Reasons to be Fearful, Reasons to be Cheerful, part Two
Reasons to be Fearful, Reasons to be Cheerful, Part One was a general overview of the first of the Haddam Road Advisors Three Question Focus:
- What’s going on in the Economy?
- Here’s a link: https://tinyurl.com/FearfulCheerfulPartOne
Below we will address Question Two:
- What’s going on in the Financial Markets? Let’s get to it.
A Reason to be Cheerful: The shortest bear market in History
On February 19 of this year the S&P 500 closed at 3386. Thirty-three days later the index closed at 2237, a dramatic downdraft. On August 21st the index waved “hello again” and passed by the Feb 19th level; it is continuing to move slowly higher:
S&P500 index: source thinkpipes and author.
For those of you counting that’s 184 days for a 34% drop and a 52% bounce. That’s a rollercoaster ride I’d say none of us want to experience again. Will we? Well…
A Reason to be Fearful: Valuation; are equities worth it up here?
This market is very narrow. What do I mean? Here’s a $2 Trillion example.
Below is a graph by Dave Wilson of Bloomberg Radio (Twitter: @TheOneDave ) that I think illustrates this most dramatically. The market value of Apple (AAPL) is currently within striking distance of the total value of the Russell 2000 index (comprising 2000 of the smaller sized stocks listed in the US):
Let’s spend a minute looking at this. In 2016 Apple was worth approximately $500 Billion and the Russell 2000 approximately $1.8 Trillion. Fast forward to today, their respective market values are $2.2T vs. $2T. Would you rather own one company worth $2 Trillion or 2000 smaller companies that in total are worth slightly more than that?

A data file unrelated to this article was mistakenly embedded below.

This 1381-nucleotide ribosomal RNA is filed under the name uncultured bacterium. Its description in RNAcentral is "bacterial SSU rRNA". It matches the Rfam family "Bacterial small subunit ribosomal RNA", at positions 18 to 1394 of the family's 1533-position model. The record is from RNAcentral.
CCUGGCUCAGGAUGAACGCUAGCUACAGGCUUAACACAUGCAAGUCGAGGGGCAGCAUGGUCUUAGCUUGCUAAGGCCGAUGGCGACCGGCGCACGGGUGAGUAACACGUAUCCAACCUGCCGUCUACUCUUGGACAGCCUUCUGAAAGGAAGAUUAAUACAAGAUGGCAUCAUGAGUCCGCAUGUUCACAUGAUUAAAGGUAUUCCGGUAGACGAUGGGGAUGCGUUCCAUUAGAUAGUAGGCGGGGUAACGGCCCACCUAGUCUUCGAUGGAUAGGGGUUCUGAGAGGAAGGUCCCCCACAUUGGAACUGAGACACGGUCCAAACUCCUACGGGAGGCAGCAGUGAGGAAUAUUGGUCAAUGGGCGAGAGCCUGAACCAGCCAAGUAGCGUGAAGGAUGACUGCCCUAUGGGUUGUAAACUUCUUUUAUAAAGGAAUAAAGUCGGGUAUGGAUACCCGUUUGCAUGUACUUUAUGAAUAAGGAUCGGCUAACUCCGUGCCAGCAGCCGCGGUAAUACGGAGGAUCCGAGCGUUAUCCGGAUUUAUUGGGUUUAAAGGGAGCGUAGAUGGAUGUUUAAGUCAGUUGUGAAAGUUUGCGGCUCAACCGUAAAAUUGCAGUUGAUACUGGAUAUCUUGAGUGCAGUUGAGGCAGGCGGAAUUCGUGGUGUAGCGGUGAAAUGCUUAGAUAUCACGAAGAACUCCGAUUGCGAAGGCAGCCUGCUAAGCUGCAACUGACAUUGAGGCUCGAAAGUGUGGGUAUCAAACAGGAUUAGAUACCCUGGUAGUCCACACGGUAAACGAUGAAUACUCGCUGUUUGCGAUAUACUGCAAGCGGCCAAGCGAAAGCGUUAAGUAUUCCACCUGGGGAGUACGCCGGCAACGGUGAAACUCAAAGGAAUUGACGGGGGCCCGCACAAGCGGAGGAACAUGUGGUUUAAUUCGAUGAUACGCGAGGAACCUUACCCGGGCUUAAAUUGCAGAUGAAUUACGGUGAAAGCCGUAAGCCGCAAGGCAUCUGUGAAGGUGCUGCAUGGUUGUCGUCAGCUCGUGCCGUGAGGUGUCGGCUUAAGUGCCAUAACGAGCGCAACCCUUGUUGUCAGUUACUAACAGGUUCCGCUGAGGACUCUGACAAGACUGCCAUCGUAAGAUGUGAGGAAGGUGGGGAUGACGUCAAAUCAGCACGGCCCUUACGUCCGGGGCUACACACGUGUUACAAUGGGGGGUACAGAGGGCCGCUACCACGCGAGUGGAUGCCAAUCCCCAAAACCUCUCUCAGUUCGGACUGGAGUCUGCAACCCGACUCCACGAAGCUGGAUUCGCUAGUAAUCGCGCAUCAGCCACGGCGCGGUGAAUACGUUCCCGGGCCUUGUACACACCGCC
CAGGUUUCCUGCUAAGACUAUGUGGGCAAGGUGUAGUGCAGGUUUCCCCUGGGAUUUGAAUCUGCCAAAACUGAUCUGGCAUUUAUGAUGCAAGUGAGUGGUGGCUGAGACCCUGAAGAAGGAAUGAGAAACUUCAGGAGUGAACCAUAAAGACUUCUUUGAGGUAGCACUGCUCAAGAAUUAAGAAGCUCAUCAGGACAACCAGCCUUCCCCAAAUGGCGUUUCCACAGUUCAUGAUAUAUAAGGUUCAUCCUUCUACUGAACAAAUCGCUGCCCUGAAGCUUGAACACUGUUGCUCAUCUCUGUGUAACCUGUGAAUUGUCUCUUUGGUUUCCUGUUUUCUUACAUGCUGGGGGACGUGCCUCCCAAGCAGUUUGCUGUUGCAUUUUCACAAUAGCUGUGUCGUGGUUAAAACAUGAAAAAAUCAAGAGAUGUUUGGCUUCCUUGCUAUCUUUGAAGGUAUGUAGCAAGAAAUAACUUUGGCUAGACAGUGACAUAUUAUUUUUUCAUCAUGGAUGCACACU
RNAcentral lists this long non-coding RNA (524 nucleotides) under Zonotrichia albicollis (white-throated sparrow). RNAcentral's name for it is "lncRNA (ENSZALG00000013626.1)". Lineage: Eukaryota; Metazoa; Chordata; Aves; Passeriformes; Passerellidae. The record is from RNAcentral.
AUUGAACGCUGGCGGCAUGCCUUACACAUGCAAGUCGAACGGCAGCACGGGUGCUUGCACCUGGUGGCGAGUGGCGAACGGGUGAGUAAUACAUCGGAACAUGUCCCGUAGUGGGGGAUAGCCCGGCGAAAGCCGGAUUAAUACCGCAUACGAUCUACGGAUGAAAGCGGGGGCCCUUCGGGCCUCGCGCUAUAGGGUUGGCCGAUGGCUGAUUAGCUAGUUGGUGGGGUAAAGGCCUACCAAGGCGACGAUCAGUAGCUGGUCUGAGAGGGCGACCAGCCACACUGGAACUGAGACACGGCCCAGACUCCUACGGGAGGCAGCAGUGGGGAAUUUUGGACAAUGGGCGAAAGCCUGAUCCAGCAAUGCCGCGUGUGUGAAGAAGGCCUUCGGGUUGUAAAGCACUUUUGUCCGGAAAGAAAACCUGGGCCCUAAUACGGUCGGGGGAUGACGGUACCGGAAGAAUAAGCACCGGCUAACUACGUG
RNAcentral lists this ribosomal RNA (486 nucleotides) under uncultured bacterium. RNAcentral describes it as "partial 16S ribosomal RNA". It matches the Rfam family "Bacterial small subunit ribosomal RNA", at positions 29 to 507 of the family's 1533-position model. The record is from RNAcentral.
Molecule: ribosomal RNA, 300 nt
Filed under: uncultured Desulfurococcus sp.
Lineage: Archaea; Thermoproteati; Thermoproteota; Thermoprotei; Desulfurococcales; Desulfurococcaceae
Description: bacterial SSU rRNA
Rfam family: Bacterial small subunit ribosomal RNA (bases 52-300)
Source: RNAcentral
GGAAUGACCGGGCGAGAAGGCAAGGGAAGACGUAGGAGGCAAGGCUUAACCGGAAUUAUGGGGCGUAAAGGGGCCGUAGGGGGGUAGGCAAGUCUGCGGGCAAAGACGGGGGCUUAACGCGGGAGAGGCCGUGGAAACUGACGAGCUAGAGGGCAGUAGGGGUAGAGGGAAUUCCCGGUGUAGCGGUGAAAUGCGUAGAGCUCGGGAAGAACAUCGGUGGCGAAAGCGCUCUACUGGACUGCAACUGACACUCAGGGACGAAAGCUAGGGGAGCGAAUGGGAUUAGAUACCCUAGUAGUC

Obviously in retrospect AAPL is a no brainer, but going forward which offers more upside? In which position are you more diversified?
Apple is a legendary company with stellar management and an exceptional financial position but… really?
Another example of narrowness: Tesla. TSLA stock is now worth more than (wait for it), Toyota, Volkswagen, General Motors, Ford, and Ferrari… COMBINED. And maybe it should be given their exceptional technology, but they sold 367,500 vehicles worldwide last year, Toyota and Volkswagen both sold over 10 million cars each. TSLA may execute brilliantly over the next 5 years and justify this valuation, but they may not. Therein lies the risk.
There is a dichotomy in this market and in the economy (remember, they are two different things). The super-optimistic narratives like AAPL and TSLA are driving this market higher, versus a broader swathe of companies who may be struggling to open or stay open, maintain or re-establish cash flows, and who may never fully recover from this pandemic.
Active stock selection and portfolio management will become more important than ever over the next five years to navigate this new world.
Reason to be Cheerful: Markets are functioning ‘normally’
Let’s look at current conditions. The St Louis Fed Financial Stress Index was formulated to address the question, “are markets functioning properly?”.
The short answer is, “Yes”. There were severe dislocations in bond and stock markets in March and April and the incredibly rapid and supportive monetary actions of the Federal Reserve, combined with the mammoth fiscal support program we covered in part one, set the foundation for this equity rally back to new market highs and for a retracement in the bond market.